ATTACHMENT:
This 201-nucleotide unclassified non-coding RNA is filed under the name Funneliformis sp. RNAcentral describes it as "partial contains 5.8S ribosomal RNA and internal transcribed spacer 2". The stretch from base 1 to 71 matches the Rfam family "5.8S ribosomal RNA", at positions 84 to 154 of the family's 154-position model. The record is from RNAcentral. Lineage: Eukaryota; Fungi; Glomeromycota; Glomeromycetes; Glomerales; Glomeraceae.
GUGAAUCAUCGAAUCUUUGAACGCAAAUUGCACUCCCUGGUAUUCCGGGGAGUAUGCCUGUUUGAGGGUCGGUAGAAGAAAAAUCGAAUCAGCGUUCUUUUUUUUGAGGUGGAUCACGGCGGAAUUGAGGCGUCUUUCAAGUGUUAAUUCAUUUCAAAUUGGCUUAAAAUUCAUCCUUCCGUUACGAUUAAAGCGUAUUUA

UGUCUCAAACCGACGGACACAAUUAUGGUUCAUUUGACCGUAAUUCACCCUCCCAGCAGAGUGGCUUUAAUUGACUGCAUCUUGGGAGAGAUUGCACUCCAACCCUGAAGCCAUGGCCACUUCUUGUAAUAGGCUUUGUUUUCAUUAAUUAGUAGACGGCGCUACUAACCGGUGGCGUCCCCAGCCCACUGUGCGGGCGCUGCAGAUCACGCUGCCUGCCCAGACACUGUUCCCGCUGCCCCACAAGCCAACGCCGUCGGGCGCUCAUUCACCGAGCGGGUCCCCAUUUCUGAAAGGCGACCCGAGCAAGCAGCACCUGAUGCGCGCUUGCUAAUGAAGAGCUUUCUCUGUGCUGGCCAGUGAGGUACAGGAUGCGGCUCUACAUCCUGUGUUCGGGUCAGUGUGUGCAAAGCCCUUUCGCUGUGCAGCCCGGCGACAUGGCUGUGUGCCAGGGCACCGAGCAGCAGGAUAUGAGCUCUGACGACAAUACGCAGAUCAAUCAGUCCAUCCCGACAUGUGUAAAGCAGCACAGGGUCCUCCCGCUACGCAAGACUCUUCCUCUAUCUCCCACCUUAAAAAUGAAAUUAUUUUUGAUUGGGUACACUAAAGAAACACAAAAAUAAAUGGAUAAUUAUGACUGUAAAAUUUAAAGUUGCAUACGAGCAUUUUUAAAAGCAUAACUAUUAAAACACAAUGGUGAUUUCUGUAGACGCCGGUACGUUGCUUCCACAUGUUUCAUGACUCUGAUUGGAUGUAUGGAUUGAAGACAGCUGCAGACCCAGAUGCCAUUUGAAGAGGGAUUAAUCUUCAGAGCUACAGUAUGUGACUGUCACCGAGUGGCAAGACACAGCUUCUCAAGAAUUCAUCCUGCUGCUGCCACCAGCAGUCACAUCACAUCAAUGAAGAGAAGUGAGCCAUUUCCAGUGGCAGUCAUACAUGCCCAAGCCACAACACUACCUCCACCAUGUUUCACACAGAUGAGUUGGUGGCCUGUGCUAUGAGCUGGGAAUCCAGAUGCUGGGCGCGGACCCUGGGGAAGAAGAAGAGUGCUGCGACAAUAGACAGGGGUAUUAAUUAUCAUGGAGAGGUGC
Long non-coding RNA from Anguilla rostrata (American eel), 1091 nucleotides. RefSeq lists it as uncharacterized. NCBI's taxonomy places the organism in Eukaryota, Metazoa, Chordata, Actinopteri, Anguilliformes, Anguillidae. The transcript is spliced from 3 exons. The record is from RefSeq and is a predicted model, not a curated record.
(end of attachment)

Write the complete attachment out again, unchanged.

This 201-nucleotide unclassified non-coding RNA is filed under the name Funneliformis sp. RNAcentral describes it as "partial contains 5.8S ribosomal RNA and internal transcribed spacer 2". The stretch from base 1 to 71 matches the Rfam family "5.8S ribosomal RNA", at positions 84 to 154 of the family's 154-position model. The record is from RNAcentral. Lineage: Eukaryota; Fungi; Glomeromycota; Glomeromycetes; Glomerales; Glomeraceae.
GUGAAUCAUCGAAUCUUUGAACGCAAAUUGCACUCCCUGGUAUUCCGGGGAGUAUGCCUGUUUGAGGGUCGGUAGAAGAAAAAUCGAAUCAGCGUUCUUUUUUUUGAGGUGGAUCACGGCGGAAUUGAGGCGUCUUUCAAGUGUUAAUUCAUUUCAAAUUGGCUUAAAAUUCAUCCUUCCGUUACGAUUAAAGCGUAUUUA

UGUCUCAAACCGACGGACACAAUUAUGGUUCAUUUGACCGUAAUUCACCCUCCCAGCAGAGUGGCUUUAAUUGACUGCAUCUUGGGAGAGAUUGCACUCCAACCCUGAAGCCAUGGCCACUUCUUGUAAUAGGCUUUGUUUUCAUUAAUUAGUAGACGGCGCUACUAACCGGUGGCGUCCCCAGCCCACUGUGCGGGCGCUGCAGAUCACGCUGCCUGCCCAGACACUGUUCCCGCUGCCCCACAAGCCAACGCCGUCGGGCGCUCAUUCACCGAGCGGGUCCCCAUUUCUGAAAGGCGACCCGAGCAAGCAGCACCUGAUGCGCGCUUGCUAAUGAAGAGCUUUCUCUGUGCUGGCCAGUGAGGUACAGGAUGCGGCUCUACAUCCUGUGUUCGGGUCAGUGUGUGCAAAGCCCUUUCGCUGUGCAGCCCGGCGACAUGGCUGUGUGCCAGGGCACCGAGCAGCAGGAUAUGAGCUCUGACGACAAUACGCAGAUCAAUCAGUCCAUCCCGACAUGUGUAAAGCAGCACAGGGUCCUCCCGCUACGCAAGACUCUUCCUCUAUCUCCCACCUUAAAAAUGAAAUUAUUUUUGAUUGGGUACACUAAAGAAACACAAAAAUAAAUGGAUAAUUAUGACUGUAAAAUUUAAAGUUGCAUACGAGCAUUUUUAAAAGCAUAACUAUUAAAACACAAUGGUGAUUUCUGUAGACGCCGGUACGUUGCUUCCACAUGUUUCAUGACUCUGAUUGGAUGUAUGGAUUGAAGACAGCUGCAGACCCAGAUGCCAUUUGAAGAGGGAUUAAUCUUCAGAGCUACAGUAUGUGACUGUCACCGAGUGGCAAGACACAGCUUCUCAAGAAUUCAUCCUGCUGCUGCCACCAGCAGUCACAUCACAUCAAUGAAGAGAAGUGAGCCAUUUCCAGUGGCAGUCAUACAUGCCCAAGCCACAACACUACCUCCACCAUGUUUCACACAGAUGAGUUGGUGGCCUGUGCUAUGAGCUGGGAAUCCAGAUGCUGGGCGCGGACCCUGGGGAAGAAGAAGAGUGCUGCGACAAUAGACAGGGGUAUUAAUUAUCAUGGAGAGGUGC
Long non-coding RNA from Anguilla rostrata (American eel), 1091 nucleotides. RefSeq lists it as uncharacterized. NCBI's taxonomy places the organism in Eukaryota, Metazoa, Chordata, Actinopteri, Anguilliformes, Anguillidae. The transcript is spliced from 3 exons. The record is from RefSeq and is a predicted model, not a curated record.